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184 Arkansas Game and Fish Commission employees see $10,000 salary bump for fiscal 2024

Bump surpasses $10,000 for 184 agency employees

 by Michael R. Wickline | August 6, 2023


FILE — An Arkansas Game and Fish Commission sign in downtown Little Rock is shown in this 2019 file photo. Arkansas Democrat-Gazette

One hundred and eighty-four Arkansas Game and Fish Commission employees received raises of at least $10,000 at the start of this fiscal year, state records show.

They make up more than two-thirds of the 262 state employees who work for executive branch agencies and other offices and agencies who were awarded pay increases of at least $10,000 in fiscal year 2024 that started July 1 and who work outside the state’s colleges and universities, according to state records.

The Arkansas Game and Fish Commission employees’ raises come after the Legislature and Gov. Sarah Huckabee Sanders enacted changes to the commission’s pay plan as part of the commission’s appropriation, Act 601, for fiscal 2024 during this year’s regular session.

According to state records, commission employees receiving the largest raises exceeding $30,000 a year in fiscal 2024 include:

Operations chief Michael Cantrell, whose pay increased from $78,645.01 to $113,822.18 a year.

Wildlife Management Division Chief Luke Naylor, whose pay increased from $77,464.82 to $111,714.30.

Deputy Director Bradley Carner, whose salary increased from $100,139.52 to $130,894.82.

Commission Director Austin Booth said Friday the commission employees’ base pay is increasing by approximately 17%, which is still below the 19% disparity from the commission’s competitive hiring market.

The commission has 585 full-time employees and their average pay has increased from $54,150 to $63,305 a year, he said. Of the 428 employees who received a pay increase to their base pay, the average increase was $9,871 a year, he noted.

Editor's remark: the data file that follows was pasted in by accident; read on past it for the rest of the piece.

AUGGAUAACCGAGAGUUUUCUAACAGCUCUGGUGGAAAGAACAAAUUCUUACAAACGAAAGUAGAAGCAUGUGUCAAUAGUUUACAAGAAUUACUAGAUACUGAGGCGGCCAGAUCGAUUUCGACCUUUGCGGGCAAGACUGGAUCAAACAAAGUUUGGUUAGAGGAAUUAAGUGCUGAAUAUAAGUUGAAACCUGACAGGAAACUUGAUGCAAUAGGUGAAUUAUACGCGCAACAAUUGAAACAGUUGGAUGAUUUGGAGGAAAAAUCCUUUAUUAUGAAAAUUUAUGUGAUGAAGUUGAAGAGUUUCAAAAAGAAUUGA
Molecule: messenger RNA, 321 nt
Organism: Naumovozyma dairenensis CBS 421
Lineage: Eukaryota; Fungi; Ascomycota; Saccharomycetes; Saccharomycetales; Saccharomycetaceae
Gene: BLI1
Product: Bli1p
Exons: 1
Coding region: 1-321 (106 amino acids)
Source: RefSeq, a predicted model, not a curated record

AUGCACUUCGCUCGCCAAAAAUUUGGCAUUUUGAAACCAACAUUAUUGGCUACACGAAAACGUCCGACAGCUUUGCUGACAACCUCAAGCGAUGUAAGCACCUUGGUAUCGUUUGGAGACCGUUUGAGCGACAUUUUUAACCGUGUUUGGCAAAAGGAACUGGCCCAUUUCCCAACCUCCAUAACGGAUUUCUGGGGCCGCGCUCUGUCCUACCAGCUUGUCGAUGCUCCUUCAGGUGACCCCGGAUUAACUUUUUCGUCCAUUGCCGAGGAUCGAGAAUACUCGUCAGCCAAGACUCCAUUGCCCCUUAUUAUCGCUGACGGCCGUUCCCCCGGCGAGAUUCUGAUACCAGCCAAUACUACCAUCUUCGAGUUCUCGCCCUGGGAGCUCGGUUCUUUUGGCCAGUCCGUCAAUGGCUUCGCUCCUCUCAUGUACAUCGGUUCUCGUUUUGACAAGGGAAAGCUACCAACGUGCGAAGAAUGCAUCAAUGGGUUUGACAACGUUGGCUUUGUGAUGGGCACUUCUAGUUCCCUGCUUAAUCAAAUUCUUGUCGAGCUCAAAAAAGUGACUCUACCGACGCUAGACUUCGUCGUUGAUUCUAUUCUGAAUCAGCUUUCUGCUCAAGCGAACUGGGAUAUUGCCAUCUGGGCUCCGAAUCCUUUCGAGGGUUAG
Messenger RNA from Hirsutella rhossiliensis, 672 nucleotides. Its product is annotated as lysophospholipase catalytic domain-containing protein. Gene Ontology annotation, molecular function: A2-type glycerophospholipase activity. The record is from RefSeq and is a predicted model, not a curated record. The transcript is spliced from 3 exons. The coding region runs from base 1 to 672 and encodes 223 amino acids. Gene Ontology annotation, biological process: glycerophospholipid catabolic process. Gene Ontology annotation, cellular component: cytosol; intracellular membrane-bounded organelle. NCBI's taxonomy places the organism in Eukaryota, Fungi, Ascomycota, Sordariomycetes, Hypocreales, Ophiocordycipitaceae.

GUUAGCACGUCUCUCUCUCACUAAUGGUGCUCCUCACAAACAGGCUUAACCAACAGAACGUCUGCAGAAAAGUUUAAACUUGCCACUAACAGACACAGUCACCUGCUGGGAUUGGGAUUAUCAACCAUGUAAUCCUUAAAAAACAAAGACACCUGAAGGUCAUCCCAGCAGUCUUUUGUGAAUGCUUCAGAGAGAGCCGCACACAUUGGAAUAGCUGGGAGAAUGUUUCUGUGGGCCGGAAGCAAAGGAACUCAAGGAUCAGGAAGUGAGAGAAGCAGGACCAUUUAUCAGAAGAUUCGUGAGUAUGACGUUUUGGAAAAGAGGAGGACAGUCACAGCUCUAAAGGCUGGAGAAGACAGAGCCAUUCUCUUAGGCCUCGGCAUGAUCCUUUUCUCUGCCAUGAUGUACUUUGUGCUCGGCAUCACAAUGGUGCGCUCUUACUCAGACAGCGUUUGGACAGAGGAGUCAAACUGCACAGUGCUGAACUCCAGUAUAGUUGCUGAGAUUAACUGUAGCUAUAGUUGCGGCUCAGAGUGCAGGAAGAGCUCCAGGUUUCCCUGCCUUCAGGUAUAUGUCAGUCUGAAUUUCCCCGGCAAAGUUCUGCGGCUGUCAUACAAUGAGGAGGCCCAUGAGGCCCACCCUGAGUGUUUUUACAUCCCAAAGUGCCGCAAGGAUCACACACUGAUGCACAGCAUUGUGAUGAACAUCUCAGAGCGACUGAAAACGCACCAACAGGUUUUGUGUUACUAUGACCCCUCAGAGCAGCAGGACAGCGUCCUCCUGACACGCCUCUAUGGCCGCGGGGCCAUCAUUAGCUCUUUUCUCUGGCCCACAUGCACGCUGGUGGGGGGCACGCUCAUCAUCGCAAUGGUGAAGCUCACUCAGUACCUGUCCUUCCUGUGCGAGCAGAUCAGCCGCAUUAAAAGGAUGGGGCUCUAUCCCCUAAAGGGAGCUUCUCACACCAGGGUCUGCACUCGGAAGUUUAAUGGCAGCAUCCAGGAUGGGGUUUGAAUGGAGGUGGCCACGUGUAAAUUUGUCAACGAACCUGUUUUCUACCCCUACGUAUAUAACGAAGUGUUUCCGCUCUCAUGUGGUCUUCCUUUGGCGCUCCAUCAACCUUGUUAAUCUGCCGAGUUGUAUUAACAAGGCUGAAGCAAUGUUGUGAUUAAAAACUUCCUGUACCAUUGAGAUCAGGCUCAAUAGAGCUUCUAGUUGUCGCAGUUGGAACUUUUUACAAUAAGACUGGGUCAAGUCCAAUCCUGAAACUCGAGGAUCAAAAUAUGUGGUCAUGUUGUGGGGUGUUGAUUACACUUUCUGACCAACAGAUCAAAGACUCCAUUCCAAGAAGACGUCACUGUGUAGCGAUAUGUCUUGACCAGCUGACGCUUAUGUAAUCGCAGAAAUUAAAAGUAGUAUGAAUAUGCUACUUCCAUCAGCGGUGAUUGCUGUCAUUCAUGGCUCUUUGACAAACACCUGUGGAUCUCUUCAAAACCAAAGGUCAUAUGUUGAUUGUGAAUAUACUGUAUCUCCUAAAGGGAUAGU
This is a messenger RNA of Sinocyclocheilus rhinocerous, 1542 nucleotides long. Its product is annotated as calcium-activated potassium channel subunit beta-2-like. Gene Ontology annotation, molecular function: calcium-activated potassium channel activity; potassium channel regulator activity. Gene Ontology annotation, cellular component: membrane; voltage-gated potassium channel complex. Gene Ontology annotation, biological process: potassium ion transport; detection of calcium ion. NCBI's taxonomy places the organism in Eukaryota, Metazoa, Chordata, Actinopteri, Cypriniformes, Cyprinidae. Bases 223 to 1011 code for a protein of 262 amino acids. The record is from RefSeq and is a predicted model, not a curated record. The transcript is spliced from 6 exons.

Booth received a pay increase from $145,706.50 to $152,637.89 a year at the start of this fiscal year, according to state records.

“Compensation at AGFC is certainly one area where we’ve been dealing with the consequences for a long time and neglecting the core problem: that our compensation has remained flat for roughly a decade compared to our competitive hiring market,” Booth said in a written statement.

“Specifically, AGFC has lost roughly a third of our personnel in the past five years, and recruiting new hires has become incredibly challenging,” Booth wrote. “One position comes to mind that had to be re-advertised 9 times to fill. Nonetheless, after stepping into this role two years ago and recognizing that compensation was a perceived problem throughout the agency, we quickly sought to validate whether it was an actual problem. To this end, we contracted with a third party to study objectively our competitive hiring market and the results were jarring: on average, AGFC’s compensation was 19% below market.”

“Based on their results and recommendations, we adjusted the entry pay and maximums to simply be competitive with our state and multi-state hiring market,” he said.

Booth said this effort was not employee-specific, but instead it was position-specific.

Read the full article HERE.

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